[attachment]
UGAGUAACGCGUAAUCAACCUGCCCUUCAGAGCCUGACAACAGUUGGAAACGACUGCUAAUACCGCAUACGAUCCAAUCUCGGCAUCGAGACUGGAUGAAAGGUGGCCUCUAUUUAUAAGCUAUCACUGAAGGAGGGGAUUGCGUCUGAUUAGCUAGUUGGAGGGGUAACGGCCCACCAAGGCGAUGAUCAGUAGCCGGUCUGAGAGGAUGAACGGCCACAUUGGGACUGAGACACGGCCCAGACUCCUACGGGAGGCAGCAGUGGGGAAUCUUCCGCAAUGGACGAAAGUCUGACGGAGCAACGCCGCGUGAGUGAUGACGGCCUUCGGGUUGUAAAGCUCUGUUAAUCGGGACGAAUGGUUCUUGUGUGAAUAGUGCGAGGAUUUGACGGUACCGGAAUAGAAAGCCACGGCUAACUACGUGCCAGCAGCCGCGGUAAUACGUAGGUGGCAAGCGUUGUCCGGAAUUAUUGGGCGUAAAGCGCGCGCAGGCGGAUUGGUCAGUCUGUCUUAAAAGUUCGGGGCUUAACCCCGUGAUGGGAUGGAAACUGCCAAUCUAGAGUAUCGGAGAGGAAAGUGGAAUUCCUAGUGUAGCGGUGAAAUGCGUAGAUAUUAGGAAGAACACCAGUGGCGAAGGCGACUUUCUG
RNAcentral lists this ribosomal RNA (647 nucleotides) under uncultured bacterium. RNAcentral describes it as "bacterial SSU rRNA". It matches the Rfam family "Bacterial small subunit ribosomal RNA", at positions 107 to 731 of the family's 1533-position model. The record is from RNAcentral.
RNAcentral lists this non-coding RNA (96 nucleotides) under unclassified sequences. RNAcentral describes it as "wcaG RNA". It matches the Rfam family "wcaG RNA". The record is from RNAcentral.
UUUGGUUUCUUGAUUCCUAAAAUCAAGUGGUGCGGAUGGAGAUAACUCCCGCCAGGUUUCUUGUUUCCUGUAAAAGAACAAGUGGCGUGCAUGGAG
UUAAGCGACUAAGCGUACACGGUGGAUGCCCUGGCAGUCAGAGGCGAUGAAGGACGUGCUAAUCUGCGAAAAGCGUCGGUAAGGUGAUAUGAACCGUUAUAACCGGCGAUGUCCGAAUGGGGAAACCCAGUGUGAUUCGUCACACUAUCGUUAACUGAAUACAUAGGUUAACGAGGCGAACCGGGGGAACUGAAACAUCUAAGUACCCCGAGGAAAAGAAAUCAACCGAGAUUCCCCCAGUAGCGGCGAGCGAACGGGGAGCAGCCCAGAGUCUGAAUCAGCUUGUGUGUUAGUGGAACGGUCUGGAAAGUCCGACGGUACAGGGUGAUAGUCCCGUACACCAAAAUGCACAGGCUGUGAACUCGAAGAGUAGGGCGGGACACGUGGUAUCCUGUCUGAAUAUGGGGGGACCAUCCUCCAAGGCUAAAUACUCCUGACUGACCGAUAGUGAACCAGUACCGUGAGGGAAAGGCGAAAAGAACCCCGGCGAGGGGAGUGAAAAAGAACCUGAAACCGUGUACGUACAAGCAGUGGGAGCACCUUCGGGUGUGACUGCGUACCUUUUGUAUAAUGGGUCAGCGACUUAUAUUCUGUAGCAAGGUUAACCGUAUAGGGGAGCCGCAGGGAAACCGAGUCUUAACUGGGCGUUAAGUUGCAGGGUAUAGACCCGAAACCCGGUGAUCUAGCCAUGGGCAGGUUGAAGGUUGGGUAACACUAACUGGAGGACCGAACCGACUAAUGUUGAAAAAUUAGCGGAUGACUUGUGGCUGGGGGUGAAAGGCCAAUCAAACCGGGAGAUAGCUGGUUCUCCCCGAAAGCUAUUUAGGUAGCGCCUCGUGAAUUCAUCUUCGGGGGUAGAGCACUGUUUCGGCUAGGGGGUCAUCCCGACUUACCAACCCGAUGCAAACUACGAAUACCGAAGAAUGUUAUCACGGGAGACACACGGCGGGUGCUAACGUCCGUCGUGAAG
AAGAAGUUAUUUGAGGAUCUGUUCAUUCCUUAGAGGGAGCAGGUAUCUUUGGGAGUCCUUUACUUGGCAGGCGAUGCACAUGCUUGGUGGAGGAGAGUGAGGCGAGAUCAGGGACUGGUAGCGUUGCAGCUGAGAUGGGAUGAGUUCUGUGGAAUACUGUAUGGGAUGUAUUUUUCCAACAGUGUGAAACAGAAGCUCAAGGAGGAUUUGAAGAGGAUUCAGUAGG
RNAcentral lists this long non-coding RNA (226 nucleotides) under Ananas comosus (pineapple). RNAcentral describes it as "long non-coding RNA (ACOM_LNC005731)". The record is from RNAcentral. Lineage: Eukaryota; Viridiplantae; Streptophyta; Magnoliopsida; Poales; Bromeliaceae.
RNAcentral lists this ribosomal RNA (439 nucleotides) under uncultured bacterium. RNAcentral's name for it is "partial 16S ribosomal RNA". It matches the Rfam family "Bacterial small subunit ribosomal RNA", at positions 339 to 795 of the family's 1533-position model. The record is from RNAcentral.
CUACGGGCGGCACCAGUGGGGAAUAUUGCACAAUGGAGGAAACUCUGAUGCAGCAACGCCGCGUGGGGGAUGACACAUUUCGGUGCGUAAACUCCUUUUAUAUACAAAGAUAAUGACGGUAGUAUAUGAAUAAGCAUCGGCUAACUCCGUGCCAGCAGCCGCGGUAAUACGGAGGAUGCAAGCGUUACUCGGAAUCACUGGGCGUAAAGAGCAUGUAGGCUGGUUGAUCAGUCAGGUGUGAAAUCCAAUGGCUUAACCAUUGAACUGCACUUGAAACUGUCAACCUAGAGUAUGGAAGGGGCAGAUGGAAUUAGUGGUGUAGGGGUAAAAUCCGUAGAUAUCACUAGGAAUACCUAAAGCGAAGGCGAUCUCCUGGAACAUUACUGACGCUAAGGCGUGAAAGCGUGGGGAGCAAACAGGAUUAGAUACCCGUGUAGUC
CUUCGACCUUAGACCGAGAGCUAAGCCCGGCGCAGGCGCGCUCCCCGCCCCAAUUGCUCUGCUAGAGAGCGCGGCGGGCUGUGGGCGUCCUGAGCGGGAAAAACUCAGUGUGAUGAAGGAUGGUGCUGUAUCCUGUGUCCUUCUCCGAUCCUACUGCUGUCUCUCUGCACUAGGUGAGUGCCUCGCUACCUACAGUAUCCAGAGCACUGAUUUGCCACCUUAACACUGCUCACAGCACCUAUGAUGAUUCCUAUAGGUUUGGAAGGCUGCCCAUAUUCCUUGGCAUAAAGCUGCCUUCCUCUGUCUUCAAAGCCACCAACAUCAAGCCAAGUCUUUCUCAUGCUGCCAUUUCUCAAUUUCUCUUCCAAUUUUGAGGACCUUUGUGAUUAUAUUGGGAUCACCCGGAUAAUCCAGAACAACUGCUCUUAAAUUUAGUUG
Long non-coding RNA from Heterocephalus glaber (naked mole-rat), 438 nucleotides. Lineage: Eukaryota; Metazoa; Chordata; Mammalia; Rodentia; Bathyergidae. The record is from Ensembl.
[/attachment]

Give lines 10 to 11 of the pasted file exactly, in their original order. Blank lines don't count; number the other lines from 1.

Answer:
CUUCGACCUUAGACCGAGAGCUAAGCCCGGCGCAGGCGCGCUCCCCGCCCCAAUUGCUCUGCUAGAGAGCGCGGCGGGCUGUGGGCGUCCUGAGCGGGAAAAACUCAGUGUGAUGAAGGAUGGUGCUGUAUCCUGUGUCCUUCUCCGAUCCUACUGCUGUCUCUCUGCACUAGGUGAGUGCCUCGCUACCUACAGUAUCCAGAGCACUGAUUUGCCACCUUAACACUGCUCACAGCACCUAUGAUGAUUCCUAUAGGUUUGGAAGGCUGCCCAUAUUCCUUGGCAUAAAGCUGCCUUCCUCUGUCUUCAAAGCCACCAACAUCAAGCCAAGUCUUUCUCAUGCUGCCAUUUCUCAAUUUCUCUUCCAAUUUUGAGGACCUUUGUGAUUAUAUUGGGAUCACCCGGAUAAUCCAGAACAACUGCUCUUAAAUUUAGUUG
Long non-coding RNA from Heterocephalus glaber (naked mole-rat), 438 nucleotides. Lineage: Eukaryota; Metazoa; Chordata; Mammalia; Rodentia; Bathyergidae. The record is from Ensembl.